Chapter 7

Mail

Introduction

In this chapter, we briefly examine Unix's facilities for sending messages to other users of our system. The same command is used for users of other systems but the messages are routed via the internet.

Reading mail

Unix originally had at least two mail commands; the most commonly used is mailx. Another, more basic command, is usually available under the name mail. This is available on Linux whereas mailx isn't.

The simplest use for either command is checking whether anyone has sent me any mail:

$ mailx
No mail for cmsps
$ mail
No mail.
$

As you see, the commands have slightly different ways of saying the same thing. The cmsps used by mailx is my Unix login code

I can solve the problem of having no mail by sending myself some:

$ mailx cmsps
Subject: Good news
I love you.
I love you.
I love you.
.
EOT
$

The login code argument tells mailx that we are sending rather than reading mail. Notice that Subject: is a prompt and that mailx expects the first line typed by the user after the command line to be the subject of the message. All lines after that make up the text of the message. The line containing just a full stop indicates the end of the text and mailx displays EOT accordingly.

We generally store messages in files and then use Unix's input redirection facility to send them

$ mailx -s 'Bad news' cmsps < hatemail
$

The -s option is followed by the subject of the message.

We are now ready to read these two messages:

$ mailx
mailx version 5.0 Thu May  2 21:00:21 PDT 1996  Type ? for help.
"/var/mail/cmsps": 2 messages 2 new
>N  1 Peter Scott        Thu Feb 27 15:41   13/341   Good news
 N  2 Peter Scott        Thu Feb 27 15:42   13/348   Bad news
? p1
Message  1:
From cmsps Thu Feb 27 15:41:05 1997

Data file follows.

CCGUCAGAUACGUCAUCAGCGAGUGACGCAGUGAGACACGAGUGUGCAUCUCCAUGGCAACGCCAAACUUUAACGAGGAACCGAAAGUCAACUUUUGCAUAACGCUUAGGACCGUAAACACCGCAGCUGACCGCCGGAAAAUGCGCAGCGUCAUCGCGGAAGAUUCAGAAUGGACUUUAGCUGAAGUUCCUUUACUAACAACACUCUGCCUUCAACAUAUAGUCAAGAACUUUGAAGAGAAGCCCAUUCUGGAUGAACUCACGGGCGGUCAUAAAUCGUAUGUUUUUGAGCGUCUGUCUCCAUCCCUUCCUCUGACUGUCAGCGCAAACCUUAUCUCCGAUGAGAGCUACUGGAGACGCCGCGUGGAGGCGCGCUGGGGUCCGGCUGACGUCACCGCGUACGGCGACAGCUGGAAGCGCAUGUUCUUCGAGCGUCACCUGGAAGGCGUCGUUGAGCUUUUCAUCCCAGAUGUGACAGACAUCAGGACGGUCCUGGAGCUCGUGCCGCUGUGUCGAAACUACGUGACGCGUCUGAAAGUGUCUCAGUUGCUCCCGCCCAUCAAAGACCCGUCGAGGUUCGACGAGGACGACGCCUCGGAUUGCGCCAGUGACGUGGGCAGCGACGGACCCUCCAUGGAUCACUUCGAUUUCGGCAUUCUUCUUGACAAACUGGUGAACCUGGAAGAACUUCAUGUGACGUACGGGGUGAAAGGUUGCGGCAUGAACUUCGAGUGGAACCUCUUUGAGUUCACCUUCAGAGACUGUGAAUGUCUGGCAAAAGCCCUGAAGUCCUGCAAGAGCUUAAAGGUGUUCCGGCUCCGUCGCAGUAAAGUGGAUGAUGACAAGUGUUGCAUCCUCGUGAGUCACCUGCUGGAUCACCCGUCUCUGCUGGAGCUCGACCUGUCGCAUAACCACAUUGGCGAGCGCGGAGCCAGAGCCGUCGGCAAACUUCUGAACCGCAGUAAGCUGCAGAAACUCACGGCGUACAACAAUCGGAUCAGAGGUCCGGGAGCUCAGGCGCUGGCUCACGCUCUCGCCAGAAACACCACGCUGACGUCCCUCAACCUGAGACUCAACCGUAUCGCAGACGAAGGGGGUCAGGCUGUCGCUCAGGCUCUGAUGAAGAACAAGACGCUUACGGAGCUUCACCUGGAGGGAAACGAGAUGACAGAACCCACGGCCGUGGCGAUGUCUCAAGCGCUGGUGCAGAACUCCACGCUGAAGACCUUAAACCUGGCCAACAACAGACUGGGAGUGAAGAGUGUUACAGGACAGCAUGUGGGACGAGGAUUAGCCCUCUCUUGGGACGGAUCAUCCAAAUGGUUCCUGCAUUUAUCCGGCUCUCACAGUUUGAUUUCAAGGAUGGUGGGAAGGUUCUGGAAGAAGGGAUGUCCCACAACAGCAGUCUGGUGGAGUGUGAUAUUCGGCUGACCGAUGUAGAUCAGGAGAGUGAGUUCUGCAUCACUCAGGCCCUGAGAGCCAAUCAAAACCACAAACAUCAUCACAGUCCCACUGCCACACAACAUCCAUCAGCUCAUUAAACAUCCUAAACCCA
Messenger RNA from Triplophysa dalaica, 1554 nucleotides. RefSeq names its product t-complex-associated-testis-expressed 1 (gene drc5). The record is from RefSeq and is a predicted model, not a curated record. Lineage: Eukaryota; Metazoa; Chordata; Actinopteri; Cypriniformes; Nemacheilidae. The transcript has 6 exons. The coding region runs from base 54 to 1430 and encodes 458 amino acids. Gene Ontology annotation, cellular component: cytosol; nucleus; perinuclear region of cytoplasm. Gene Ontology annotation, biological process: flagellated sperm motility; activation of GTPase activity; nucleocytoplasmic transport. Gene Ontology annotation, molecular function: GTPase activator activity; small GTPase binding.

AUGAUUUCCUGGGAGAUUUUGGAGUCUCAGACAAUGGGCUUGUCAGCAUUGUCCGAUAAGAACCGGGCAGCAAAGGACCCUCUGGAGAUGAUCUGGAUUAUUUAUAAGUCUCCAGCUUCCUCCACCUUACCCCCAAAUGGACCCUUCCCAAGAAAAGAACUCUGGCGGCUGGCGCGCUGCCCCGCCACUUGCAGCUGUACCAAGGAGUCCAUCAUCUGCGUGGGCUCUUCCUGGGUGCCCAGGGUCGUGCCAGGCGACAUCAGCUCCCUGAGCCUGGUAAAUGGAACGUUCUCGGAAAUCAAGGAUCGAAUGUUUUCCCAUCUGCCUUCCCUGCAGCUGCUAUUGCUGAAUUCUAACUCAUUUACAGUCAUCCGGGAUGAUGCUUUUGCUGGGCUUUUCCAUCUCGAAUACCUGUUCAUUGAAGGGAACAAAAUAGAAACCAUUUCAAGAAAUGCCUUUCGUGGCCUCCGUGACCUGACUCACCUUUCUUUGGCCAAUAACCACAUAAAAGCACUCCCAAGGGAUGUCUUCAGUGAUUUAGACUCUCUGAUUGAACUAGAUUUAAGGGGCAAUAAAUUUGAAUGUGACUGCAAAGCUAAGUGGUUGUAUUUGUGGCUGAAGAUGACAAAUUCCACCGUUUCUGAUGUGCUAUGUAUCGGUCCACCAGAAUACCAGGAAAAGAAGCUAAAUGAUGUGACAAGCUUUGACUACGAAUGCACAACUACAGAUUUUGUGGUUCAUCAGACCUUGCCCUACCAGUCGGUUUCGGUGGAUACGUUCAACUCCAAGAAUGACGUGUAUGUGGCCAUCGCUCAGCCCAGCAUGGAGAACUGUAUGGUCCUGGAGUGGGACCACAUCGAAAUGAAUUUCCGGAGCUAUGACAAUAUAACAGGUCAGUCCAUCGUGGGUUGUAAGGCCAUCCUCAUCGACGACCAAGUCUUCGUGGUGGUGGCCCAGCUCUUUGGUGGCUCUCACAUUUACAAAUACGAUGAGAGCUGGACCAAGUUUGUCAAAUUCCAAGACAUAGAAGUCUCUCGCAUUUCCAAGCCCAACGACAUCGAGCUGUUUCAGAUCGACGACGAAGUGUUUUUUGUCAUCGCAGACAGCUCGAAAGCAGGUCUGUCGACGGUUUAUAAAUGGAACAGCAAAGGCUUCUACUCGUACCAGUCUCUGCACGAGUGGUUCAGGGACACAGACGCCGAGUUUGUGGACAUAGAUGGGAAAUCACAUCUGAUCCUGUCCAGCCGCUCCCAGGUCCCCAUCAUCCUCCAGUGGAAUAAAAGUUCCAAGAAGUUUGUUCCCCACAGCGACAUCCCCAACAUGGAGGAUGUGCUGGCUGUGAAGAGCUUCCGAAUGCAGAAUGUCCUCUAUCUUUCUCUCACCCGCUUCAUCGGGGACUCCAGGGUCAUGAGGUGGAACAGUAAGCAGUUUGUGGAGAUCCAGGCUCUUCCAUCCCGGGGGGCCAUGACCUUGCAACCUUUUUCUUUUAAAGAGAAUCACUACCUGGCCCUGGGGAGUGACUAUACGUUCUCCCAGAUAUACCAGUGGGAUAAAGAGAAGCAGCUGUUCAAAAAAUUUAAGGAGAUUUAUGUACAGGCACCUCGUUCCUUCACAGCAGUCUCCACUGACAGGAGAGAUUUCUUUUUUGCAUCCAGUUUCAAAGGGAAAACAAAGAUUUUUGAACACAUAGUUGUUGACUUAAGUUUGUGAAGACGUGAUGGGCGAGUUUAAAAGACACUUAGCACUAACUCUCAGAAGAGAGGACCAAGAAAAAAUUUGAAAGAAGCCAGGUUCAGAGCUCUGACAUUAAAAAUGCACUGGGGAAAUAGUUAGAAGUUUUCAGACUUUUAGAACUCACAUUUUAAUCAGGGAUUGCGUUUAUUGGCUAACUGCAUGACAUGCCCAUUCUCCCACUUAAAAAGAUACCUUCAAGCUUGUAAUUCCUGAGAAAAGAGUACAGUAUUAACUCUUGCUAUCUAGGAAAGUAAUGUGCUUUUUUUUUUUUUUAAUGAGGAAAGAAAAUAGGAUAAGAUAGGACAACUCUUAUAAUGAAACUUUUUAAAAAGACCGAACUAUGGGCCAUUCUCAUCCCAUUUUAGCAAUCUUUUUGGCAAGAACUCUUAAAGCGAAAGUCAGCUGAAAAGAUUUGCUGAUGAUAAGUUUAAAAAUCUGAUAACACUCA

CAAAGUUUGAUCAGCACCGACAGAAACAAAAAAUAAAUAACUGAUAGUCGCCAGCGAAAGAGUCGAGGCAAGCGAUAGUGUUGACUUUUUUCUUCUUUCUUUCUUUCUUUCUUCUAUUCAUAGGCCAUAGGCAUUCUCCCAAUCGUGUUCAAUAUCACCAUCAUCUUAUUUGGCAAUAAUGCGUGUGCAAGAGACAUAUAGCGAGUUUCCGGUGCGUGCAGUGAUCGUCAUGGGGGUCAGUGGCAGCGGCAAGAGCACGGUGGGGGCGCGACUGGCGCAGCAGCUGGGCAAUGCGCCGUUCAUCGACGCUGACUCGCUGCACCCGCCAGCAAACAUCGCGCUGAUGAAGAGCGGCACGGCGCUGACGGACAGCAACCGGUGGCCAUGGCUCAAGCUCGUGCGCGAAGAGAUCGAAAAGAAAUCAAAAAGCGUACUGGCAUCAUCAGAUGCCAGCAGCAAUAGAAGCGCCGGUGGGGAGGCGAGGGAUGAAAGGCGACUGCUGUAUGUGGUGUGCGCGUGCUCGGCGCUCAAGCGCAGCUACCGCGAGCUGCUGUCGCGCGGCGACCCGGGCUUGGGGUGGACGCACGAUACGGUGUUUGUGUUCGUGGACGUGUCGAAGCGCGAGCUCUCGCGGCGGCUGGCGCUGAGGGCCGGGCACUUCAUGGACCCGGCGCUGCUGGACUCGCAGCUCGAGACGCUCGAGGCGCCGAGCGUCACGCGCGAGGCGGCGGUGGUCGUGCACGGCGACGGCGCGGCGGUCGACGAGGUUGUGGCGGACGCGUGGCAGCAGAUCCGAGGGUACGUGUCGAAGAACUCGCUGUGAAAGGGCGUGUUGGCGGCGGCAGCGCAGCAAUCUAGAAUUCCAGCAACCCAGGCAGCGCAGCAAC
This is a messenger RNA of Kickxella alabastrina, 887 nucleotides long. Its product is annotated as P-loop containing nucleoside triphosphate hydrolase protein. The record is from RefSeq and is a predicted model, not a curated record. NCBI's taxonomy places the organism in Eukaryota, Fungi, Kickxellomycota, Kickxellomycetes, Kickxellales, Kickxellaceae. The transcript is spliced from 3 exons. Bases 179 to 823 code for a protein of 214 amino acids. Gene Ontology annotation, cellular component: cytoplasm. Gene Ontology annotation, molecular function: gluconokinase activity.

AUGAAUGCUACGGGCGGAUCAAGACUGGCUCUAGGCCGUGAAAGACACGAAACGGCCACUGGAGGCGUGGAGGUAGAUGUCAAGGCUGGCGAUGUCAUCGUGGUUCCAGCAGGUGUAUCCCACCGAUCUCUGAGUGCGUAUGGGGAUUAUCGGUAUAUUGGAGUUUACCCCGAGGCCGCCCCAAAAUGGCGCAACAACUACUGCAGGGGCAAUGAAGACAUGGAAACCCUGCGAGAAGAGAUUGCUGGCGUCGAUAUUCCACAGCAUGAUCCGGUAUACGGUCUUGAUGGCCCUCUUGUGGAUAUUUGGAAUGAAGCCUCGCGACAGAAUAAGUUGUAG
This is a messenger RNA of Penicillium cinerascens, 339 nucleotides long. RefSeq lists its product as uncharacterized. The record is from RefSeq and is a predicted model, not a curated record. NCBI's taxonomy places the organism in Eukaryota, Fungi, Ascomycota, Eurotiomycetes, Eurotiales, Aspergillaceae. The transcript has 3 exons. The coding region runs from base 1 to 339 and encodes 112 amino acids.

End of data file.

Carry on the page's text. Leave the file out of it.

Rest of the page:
Date: Thu, 27 Feb 1997 15:41:03 GMT
From: Peter Scott <cmsps>
To: cmsps
Subject: Good news

I love you.
I love you.
I love you.

? d1
? h
>N  2 Peter Scott        Thu Feb 27 15:42   13/348   Bad news
? p2
Message  2:
From cmsps Thu Feb 27 15:42:29 1997
Date: Thu, 27 Feb 1997 15:42:26 GMT
From: Peter Scott <cmsps>
To: cmsps
Subject: Bad news

You hate me.

? d2
? h
No applicable messages
? q
$

Internet mail

$ mailx p.scott@shu.ac.uk
Subject: Unix Book
Hi Peter,

I love your book.

Peter.
.
EOT
$

Two useful commands

w file
?

Two mail-boxes

Users have two mail boxes. Mine are:

/var/mail/cmsps           -- in the public, shared space
/homedir/cms/ps/mbox      -- in my private space

The idea is that new mail is stored in the public, shared space and the user is notified about its arrival. When the user reads the mail but does not delete it, it is then moved into the user's private space. The -f option tells mailx to use the other mailbox.

$ mailx -f
/homedir/cms/ps/mbox: No such file or directory
$

I have no old, undeleted mail so there isn't a mailbox. In common with most mail handlers, mailx deletes the mailbox when it's empty.

Extra mail boxes

If we supply the name of another mail box file, mailx tries to use it:

$ mailx -f extra
extra: No such file or directory
$

Other mail handlers

Neither mailx nor mail can deal with attachments. The simplest mail handler that allows attachments is Alpine; it is a full-screen mail handler in the sense that vi is a full-screen editor. Consequently, it only works in xterm's.

QUESTIONS

  1. pending

  2. pending

ANSWERS

  1. pending

  2. pending